I argue that an adequate critical social theory must include awareness of the technological imperative as well as the social-political-economic imperatives embodied in the sovereign nation-state system interfaced with global capitalism. The “sovereign nation-state” is another “idolatry” that must be transcended through both system-change and spiritual growth. Awareness of these imperatives leads to study of the Constitution for the Federation of Earth as a master document designed to embody a new holistic paradigm that transcends both absolute national sovereignty and global capitalist commodification. The Earth Constitution recognizes the sovereignty of humanity and embodies features that construct a new global economics on the foundation of human well-being rather than competition for private profit.

It engenders a new human solidarity based on our self-identification as world citizens democratically participating with one another in governing our globe. It places the essential global resources (the global commons) under the authority of the Earth Federation, including the planetary atmosphere, the oceans, and the major rain forests of Earth. It creates a financial administration that uses a universal currency valued the same everywhere and directed to protecting the environment as well as the well-being of everyone rather than the private profit of the few.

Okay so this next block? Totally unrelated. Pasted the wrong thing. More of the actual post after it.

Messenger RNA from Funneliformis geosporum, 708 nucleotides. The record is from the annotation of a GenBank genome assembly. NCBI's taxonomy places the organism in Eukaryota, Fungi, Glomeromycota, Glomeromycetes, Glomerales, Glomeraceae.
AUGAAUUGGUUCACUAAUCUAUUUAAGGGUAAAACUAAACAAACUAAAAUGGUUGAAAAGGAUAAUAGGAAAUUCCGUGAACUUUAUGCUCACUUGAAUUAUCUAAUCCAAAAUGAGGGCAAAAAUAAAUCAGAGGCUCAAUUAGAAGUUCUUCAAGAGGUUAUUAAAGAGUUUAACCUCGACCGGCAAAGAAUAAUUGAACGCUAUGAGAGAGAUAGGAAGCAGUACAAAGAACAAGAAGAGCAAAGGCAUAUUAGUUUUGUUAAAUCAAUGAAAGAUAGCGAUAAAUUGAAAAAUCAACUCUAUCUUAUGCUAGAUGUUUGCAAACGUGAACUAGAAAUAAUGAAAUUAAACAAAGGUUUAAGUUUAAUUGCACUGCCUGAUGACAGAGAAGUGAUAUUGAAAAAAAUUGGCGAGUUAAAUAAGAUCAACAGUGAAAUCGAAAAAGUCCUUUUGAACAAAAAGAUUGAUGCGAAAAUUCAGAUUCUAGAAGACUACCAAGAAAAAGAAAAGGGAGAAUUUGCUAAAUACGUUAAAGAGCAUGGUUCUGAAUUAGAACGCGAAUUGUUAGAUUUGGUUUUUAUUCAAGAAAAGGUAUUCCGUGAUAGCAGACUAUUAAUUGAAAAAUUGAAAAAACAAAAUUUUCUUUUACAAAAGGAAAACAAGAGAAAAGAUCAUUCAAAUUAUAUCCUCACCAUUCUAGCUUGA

It thereby not only represents growth of a higher, worldcentric, level of spiritual realization. It also lays the groundwork for rapid human spiritual growth beyond egoism and ethnocentrism to transpersonal levels. As John Hick points out: “The transcending of self-centeredness is severely inhibited by the need to fend off starvation, disease and oppression” (2004, 306). In our present world of social-economic-political chaos, of wars and desperation everywhere, of millions of climate refuges worldwide, spiritual and moral growth always comes last on the agenda for both the oppressors and the oppressed.